— Kurt Miller, Associate Creative Director


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How engagement can fall short

It shouldn’t come as a surprise to anyone; the world is changing. People are receiving up-to-the-minute information as news is happening, rather than wait for the 6 o’clock news. News stations (CNN, MSNBC, Fox News) report updates on their websites, and Facebook and Twitter posts have become the definition of “current” events. As technology continues to develop, advertising, too, must learn to reach audiences in new, compelling, and engaging ways.

The digital age is upon us, and with it comes more ways to reach audiences than ever before.  Today, audiences are targeted through social media sites, online banners, search engine optimization, and limited online TV commercials. Even though advertisers have many more venues to reach new customers than ever before, it’s a stretch for some of these media to have a discernable impact. But I came across one such campaign that was so compelling, I had to share it with everyone I could.

This campaign was intriguing, interactive, and engaging enough that I wanted to continue “playing” with it long after my first video finished. But after five minutes, could you tell me what the brand was? You may recognize the product and what it can do, but do you know the brand? (The answer is Tipp-Ex, a brand of correction fluid, owned by BIC, better known in Europe). While the concept of this campaign is incredibly strong, the execution fell just a bit short of turning an engaged audience into a new supply of consumers. And, after all, isn’t the end goal of advertising to sell products?

Here are three steps that Tipp-Ex missed that could have turned the compelling, engaging campaign into one with positive, measurable results:

  1. Continue using the product. Clearly, there are many videos that Tipp-Ex produced for this campaign. Allowing me to “use” the product in order to create a new blank would have had me interacting with the product directly. Repetition would have made me recall the brand next time I’m ordering supplies.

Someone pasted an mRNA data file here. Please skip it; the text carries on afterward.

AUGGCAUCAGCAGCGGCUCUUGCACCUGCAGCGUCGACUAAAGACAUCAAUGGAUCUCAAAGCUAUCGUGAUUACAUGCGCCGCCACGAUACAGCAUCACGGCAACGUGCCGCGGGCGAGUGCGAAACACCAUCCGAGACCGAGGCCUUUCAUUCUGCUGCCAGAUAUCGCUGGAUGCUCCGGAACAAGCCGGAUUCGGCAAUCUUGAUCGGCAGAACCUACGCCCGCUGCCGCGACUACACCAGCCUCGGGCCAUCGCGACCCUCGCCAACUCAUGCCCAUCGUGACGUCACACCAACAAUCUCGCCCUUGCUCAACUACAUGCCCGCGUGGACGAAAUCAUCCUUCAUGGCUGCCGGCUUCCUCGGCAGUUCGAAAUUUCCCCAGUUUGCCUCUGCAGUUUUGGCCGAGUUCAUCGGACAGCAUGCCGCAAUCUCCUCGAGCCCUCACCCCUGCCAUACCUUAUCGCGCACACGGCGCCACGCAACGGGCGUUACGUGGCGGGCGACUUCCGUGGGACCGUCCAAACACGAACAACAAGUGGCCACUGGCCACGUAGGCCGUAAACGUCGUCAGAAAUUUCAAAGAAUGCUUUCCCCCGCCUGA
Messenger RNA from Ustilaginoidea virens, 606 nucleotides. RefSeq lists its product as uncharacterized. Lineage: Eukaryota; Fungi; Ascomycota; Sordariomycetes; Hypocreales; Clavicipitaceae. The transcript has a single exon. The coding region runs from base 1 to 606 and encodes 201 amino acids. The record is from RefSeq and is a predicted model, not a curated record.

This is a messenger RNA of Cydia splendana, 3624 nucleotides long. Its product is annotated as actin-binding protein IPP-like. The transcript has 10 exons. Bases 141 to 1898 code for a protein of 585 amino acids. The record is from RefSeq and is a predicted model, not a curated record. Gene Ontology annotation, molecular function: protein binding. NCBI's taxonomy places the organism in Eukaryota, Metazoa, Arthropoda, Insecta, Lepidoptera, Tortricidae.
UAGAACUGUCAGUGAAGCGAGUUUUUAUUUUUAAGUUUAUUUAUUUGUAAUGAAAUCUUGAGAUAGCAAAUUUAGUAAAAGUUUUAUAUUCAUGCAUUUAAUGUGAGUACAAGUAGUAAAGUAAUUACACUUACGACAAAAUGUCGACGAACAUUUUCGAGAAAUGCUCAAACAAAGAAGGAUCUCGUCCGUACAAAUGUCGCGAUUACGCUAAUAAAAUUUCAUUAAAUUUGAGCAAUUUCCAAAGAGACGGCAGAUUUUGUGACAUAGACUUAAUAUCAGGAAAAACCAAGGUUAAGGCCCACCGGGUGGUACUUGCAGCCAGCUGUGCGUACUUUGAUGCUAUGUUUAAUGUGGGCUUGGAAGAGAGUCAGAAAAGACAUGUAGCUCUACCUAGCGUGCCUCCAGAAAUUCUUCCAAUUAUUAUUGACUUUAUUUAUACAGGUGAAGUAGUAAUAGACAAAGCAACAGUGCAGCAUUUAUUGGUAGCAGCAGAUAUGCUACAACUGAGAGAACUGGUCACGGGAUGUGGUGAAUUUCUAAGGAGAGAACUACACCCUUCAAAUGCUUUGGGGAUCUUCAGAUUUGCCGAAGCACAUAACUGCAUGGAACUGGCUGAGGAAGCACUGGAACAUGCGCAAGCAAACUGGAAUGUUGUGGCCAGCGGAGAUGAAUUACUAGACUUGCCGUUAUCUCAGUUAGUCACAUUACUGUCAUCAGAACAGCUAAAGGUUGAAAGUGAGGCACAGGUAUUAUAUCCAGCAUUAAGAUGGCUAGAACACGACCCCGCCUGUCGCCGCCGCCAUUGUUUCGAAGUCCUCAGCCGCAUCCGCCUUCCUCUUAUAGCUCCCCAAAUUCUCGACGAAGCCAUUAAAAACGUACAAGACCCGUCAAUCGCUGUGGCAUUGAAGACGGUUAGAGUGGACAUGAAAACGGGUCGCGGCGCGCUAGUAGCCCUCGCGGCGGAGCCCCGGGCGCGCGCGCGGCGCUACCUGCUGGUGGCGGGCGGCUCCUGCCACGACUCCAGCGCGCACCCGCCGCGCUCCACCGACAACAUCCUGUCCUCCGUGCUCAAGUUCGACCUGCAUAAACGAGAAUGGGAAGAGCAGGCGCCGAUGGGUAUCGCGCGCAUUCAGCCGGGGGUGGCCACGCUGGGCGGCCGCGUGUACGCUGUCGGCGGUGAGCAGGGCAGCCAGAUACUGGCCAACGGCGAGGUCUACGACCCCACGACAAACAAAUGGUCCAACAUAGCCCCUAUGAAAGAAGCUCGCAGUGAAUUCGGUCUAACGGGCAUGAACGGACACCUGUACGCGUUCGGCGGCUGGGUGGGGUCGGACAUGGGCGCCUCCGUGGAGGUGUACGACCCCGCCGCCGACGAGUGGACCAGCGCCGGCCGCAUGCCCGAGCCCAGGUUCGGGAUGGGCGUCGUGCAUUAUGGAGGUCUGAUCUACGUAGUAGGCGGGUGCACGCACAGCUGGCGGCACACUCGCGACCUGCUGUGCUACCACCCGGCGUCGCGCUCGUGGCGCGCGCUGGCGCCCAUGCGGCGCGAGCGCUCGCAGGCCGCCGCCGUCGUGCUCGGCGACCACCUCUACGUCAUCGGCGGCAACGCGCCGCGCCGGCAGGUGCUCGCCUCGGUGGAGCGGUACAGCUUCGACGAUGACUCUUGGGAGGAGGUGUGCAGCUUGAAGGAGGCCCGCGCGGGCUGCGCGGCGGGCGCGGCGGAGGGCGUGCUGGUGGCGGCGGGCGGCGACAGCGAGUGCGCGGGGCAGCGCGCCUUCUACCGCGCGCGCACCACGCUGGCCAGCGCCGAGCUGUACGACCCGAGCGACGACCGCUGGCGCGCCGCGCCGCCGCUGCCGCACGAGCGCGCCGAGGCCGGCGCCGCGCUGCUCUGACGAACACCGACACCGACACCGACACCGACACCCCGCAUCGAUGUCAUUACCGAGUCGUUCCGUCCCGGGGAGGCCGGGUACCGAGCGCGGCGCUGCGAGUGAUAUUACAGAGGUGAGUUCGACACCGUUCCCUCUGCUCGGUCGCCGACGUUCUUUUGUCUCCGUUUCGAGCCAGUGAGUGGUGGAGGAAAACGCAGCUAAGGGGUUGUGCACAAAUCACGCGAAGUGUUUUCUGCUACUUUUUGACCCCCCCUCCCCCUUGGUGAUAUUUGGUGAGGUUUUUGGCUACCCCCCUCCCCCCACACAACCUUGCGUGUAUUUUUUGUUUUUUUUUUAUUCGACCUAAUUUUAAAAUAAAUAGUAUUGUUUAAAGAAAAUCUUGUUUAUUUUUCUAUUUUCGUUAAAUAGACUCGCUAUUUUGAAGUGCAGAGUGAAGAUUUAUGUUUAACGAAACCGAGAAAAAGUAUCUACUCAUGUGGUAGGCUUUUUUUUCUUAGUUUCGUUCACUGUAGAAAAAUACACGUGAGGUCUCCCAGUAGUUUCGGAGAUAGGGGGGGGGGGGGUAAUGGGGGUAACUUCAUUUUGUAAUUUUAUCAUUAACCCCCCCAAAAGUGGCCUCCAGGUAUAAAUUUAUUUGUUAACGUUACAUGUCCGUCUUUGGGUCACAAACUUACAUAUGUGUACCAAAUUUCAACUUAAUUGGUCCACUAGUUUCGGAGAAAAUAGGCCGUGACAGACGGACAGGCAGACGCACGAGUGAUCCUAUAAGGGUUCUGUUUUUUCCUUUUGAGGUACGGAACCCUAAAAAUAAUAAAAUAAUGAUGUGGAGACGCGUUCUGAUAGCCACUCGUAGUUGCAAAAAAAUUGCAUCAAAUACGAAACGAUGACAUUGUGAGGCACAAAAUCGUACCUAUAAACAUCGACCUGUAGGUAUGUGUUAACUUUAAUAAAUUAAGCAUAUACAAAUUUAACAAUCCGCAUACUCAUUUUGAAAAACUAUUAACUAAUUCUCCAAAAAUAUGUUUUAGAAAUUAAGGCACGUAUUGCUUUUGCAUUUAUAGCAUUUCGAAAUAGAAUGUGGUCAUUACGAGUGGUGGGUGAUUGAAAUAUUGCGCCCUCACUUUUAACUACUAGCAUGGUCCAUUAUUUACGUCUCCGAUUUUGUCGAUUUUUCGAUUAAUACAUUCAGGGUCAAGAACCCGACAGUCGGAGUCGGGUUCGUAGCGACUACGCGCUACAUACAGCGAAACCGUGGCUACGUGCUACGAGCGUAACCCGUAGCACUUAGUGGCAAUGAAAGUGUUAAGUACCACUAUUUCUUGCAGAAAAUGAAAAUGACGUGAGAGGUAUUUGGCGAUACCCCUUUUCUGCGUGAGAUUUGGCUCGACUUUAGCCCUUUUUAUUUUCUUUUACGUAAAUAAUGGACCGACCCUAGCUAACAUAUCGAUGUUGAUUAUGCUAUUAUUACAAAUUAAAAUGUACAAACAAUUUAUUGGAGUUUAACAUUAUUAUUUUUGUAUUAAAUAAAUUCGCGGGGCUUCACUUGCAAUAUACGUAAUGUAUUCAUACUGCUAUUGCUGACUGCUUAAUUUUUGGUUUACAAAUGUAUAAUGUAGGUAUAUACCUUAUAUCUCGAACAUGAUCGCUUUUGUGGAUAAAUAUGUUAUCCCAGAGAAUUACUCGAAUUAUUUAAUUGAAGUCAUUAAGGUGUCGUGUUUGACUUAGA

2. A link to the website. There are more than 6.8 million views (at the time of this posting) to this video, but not a single clickable link to their site. Can you imagine what 6.8 million views would have looked like had they been allowed to visit a microsite or landing page? Then, Tipp-Ex would have had a targeted, active audience on THEIR site, and not just some YouTube link.
  3. A call to action. While I enjoyed interacting with the videos of this campaign, once I was done, I was done. The campaign did not provide an opportunity for me to further my involvement with the brand by offering a call to action. A simple coupon (on this yet-to-be-executed website) that could be printed and taken into any office supply retailer to be redeemed will have me asking for this brand by name next time I’m in need of correction tape.

With these three additional executions to the concept, uninterested Web surfers could have become interactive and engaged audiences and converted into measurable consumers, and perhaps loyal brand stewards.

— Jonathan Ginburg, Senior Account Executive


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Creative in the new age of measurement. It sure beats testing.

The digital age has added a new responsibility to the creative’s job. It used to be that we just had to be funny, smart, and on target. Now we have to be measurable, and we must create content with measurement in mind.

While this certainly sounds like an extra layer that can interfere with creating the best work possible, I’m actually for it when it’s employed correctly.  That’s right, a creative who’s for measurement.

Why in the heck would a creative embrace testing? Because now we can prove that the best creative is usually the most compelling and effective in the marketplace.

Back in the old days, creative measurement meant testing, and testing meant death by focus group. I’ve witnessed group dynamics ruin many perfectly good ideas.

Today, rather than spend their money on focus-group testing, a client can A/B test creative in the real world. And with the vastness of the digital space, clients can run with more than one idea and see which ones gain the most engagement.

Now, instead of reacting to what people say they will do in a monitored group situation, we actually know what they are doing and can react quickly with real-time information.

I see this as a boon for creative output and clients. Rather than argue about which creative is better, let’s put it to the test. I see this as an opportunity to produce more great work and prove its worth scientifically in the marketplace.

— Jimmy Gilmore, Senior Copywriter